Why do 'internal candidates' fail so often?

An opportunity opens within your organisation. It represents the perfect logical next step in your career path. You feel you have the knowledge of what the position requires and the rationale for it. You have the experience, the ‘institutional memory’ and know what you need for the position to succeed.


“In five years, I see myself with the same job title, about the same salary, and significantly more responsibilities.”


Your colleagues say you have a fair shot at it. Your supervisor casually asks you if you saw the internal advert. The ‘scuttlebutt’ and corridor talk reinforces you are ‘the one’. Rational logic says this position was created for you. Predictions of fiery Sun and Mars have awakened a strong urge to accelerate the pace of professional progress during this time, and outcomes for your Zodiac are successful.


You apply for the position and are interviewed by a panel you know. Some from within your office and a couple who hold regional or global positions.


Two weeks later your world comes crashing down. You are informed you were not the successful candidate.


An unpleasant truth is an internal interview can be engineered to provide cosmetic transparency, fairness and credibility to ensure the selection of ‘favored’ or pre-identified candidates. This often happens within non-profit organisations. Within the private sector this is rare. More often the recruiting manager hand-picks the candidate, while inheriting the consequent accountability, responsibility and inherent risk of the decision and liability for the candidate’s performance.


Under these circumstances, if you are not selected, you are ‘collateral damage’, the outcome unfortunate and not within your control.


Obviously, your reputation within the organisation will be a key factor which will determine the outcome. Organisations have long memories. People will remember you for the one time you messed up against the many times you accomplished good work.


In most cases the purpose of interviewing internal candidates is to retain talent the organisation has invested in, reduce induction and orientation time and get a person quickly into the job and manage work.


Loyalty is created when the organisation demonstrates it values its people and their potential, and provides motivation for staff to ‘stretch’ beyond their job parameters, and a commitment to support personal and professional within the organisation. There are many examples where this process has seen junior staff reach senior executive positions, if not the highest within the organisation. Most of the time, organisations will give all internal applicants a fair shot and the opportunity of an interview.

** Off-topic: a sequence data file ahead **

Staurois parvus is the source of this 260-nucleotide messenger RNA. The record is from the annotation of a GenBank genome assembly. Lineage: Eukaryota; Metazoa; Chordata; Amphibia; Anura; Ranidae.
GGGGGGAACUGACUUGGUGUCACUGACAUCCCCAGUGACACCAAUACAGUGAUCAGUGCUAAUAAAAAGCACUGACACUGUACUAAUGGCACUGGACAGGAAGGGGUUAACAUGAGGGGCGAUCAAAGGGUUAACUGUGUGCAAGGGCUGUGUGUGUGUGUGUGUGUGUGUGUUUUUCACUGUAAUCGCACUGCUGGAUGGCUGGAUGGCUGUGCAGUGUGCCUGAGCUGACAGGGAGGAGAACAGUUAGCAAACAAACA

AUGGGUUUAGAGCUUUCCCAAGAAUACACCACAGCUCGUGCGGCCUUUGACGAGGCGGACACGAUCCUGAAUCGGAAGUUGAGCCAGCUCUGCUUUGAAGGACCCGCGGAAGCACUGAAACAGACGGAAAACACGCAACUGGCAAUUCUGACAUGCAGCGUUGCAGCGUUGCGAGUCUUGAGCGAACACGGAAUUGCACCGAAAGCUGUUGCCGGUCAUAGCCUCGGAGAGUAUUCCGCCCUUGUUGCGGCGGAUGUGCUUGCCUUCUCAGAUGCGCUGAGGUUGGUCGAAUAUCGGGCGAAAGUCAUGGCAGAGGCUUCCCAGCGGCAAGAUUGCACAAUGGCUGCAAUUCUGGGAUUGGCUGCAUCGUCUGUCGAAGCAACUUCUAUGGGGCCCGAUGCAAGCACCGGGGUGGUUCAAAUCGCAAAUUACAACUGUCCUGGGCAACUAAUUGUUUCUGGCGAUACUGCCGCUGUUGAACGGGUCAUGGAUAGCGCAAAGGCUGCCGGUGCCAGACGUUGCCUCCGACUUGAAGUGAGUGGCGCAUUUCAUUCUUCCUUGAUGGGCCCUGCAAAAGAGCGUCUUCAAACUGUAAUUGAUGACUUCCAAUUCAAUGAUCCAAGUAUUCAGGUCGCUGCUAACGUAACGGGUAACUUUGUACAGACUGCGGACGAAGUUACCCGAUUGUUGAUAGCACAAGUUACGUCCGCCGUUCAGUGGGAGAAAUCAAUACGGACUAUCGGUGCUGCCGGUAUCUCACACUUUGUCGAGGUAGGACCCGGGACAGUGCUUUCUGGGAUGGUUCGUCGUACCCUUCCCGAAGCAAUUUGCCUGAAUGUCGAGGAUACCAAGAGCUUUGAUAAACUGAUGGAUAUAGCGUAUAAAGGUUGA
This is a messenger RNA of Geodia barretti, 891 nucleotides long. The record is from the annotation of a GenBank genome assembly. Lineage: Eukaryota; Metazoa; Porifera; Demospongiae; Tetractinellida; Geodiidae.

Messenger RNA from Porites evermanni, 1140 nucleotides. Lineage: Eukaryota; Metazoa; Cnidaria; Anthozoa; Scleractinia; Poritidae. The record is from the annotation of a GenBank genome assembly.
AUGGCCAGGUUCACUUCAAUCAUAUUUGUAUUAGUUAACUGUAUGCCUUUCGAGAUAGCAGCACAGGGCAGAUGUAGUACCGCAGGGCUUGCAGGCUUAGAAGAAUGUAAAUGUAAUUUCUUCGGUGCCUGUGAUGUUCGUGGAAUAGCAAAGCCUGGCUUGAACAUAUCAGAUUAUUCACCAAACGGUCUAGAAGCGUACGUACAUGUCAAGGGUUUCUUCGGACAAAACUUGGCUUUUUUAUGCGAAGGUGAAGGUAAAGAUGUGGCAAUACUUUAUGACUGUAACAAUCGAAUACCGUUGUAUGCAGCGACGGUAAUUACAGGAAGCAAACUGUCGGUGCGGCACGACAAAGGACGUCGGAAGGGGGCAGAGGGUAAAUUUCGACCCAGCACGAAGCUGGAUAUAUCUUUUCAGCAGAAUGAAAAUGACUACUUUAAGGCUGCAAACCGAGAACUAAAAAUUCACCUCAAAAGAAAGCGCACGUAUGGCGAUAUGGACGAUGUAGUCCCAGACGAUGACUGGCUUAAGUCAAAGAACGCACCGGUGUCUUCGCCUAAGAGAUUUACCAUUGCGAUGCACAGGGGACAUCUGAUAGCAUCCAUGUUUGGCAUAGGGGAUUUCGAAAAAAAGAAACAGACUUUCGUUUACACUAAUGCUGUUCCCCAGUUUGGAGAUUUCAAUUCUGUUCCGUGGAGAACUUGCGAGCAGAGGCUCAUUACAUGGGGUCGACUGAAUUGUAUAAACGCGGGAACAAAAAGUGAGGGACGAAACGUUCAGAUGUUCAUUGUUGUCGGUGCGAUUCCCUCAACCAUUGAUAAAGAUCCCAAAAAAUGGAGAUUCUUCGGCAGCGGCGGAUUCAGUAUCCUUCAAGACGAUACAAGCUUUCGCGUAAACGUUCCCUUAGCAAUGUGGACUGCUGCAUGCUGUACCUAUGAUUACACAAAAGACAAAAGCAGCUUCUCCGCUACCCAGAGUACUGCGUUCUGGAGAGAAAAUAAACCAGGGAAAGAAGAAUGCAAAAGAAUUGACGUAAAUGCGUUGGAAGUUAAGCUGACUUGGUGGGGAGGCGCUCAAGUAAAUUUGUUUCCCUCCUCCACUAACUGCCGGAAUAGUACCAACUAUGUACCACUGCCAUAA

So, why do ‘internal candidates’ fail precipitating external recruitment? Here are four main reasons. There may be others, but my experience as a panelist has shown these have been consistent in failed recruitment.

  1. Arrogance: An inherent, unconscious and subtle arrogance you are considered for the position because the organisation desperately needs you and your capabilities. Finally, the organisation has come to the realisation you are the only person who can manage the job. This perception grows in you and is fed and strengthened by your own subjective self-delusional reasoning. In every day-to-day interaction and events, you find justification to strengthen this delusion. The way your superiors interact with you, colleagues happy for you being considered, your interactions with peers, changing relationships and a general feeling of wellbeing. None of these are objective or are grounded. Your Cover Letter is sloppy, your CV assumes everyone knows of your work and accomplishments, and both are done at the last minute as an afterthought. All of this comes across during the interview. Your responses are supercilious and presumptive. Your responses to questions about your work and capabilities assume the panel must be aware of your accomplishments and performance. You find fault with how the previous incumbent performed. You provide a ‘mini lecture’ on how the position should be managed. It is incomprehensible to you why the panel asks such basic questions. They know you and your work. It is inconceivable that there are alternate choices, and you are the one. You leave the interview on this note.